Mentally Unfit, Forced to Fight

"The challenge for us ... is that the Army has a mission to fight. And as you know, recruiting has been a challenge,'' she said. "And so we have to weigh the needs of the Army, the needs of the mission, with the soldiers' personal needs.''

But The Courant's investigation shows that troubled soldiers are getting lost in the balance:

Under the military's pre-deployment screening process, troops with serious mental disorders are not being identified -- and others whose mental illness is known are being deployed anyway.

A law passed in 1997 requires the military to conduct an "assessment of mental health'' on all deploying troops. But the "assessment'' now being used is a single mental health question on a pre-deployment form filled out by service members.

Even using that limited tool, troops who self-report psychological problems are rarely referred for evaluations by mental health professionals, Department of Defense records obtained by The Courant indicate. From March 2003 to October 2005, only 6.5 percent of deploying service members who indicated a mental health problem were referred for evaluations; overall, fewer than 1 in 300 deploying troops, or 0.3 percent, were referred.

That rate of referral is dramatically lower than the more than 9 percent of deploying troops that the Army itself acknowledges in studies have serious psychiatric disorders.

In addition, despite its pledges in 2004 to improve mental health care, the military was more likely to deploy troops who indicated psychological problems in 2005 than it was during the first year of the war, the data show.

The Courant found that at least seven, or about one-third, of the 22 soldiers who killed themselves in Iraq in 2005 had been deployed less than three months, raising questions about the adequacy of pre-deployment screening. Some of them had exhibited earlier signs of distress.

Also, at least three soldiers who killed themselves since the war began were deployed despite serious mental conditions, including bipolar disorder and schizophrenia.

The military relies increasingly on antidepressants, some with potentially dangerous side effects, to keep troops with known psychological problems in the war zone.

Military investigative reports and interviews with family members indicate that some service members who committed suicide in 2004 and 2005 were kept on duty despite clear signs of mental distress, sometimes after being prescribed antidepressants, including a class of drugs known as SSRIs.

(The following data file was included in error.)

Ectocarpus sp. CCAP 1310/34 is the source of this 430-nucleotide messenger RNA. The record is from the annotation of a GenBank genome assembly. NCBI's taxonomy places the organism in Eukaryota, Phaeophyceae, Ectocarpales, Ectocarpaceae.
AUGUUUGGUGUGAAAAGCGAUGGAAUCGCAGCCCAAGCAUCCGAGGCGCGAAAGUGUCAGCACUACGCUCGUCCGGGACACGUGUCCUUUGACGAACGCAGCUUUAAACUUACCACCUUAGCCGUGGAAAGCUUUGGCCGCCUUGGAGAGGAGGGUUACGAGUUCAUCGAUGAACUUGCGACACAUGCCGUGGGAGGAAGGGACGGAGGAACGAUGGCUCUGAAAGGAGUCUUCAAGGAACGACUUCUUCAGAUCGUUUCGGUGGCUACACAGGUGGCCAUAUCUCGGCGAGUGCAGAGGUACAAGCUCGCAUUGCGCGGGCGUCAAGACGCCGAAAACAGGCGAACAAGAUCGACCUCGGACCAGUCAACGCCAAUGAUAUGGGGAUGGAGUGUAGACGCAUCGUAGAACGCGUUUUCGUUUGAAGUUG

In one case, a 26-year-old Marine who was having trouble sleeping was put on a strong dose of Zoloft, an SSRI that carries a warning urging doctors to closely monitor new patients for suicidal urges. Last April, within two months of starting the drug, the Marine killed himself in Iraq.

Some service members who experienced depression or stress before or during deployments to Iraq described being placed on Zoloft, Wellbutrin and other antidepressants, with little or no mental health counseling or monitoring. Some of the drugs carry warnings of an increased risk of suicide, within the first weeks of their use.

Those anecdotal findings conflict with regulations adopted last year by the Army cautioning that antidepressants for cases of moderate or severe depression "are not usually suitable for extended deployments.''

Also, the military's top health official, Assistant Defense Secretary William Winkenwerder Jr., indicated in testimony to Congress last summer that service members were being allowed to deploy on psychotropic medications only when their conditions had "fully resolved.''

The use of psychiatric drugs has alarmed some medical experts and ethicists, who say the medications cannot be properly monitored in a war zone. The Army's own reports indicate that the availability and use of such medications in Iraq and Kuwait have increased since mid-2004, when a team of psychiatrists approved making Prozac, Zoloft, Trazodone, Ambien and other drugs more widely available throughout the combat zone.

"I can't imagine something more irresponsible than putting a soldier suffering from stress on SSRIs, when you know these drugs can cause people to become suicidal and homicidal,'' said Vera Sharav, president of the Alliance for Human Research Protection, a patient advocacy group. "You're creating chemically activated time bombs.''

The military is sending troops back into combat for second and third tours despite diagnoses of PTSD or other combat-related psychological problems -- a practice that some mental health experts fear will fuel incidents of suicide and violence among troops abroad and at home.

Although Department of Defense standards for enlistment in the armed forces disqualify recruits who suffer from PTSD, the military is redeploying service members to Iraq who fit that criteria. The practice, which military experts concede is driven partly by pressure to maintain troop levels, runs counter to accepted medical doctrine and research, which cautions that re-exposure to trauma increases the risk of psychological problems.

At least seven troops who are believed to have committed suicide in 2005 and early 2006, and one who has been charged with killing a fellow soldier, were serving second or third tours in Iraq. Some of them had exhibited signs of combat stress after their first deployments, according to family members and friends.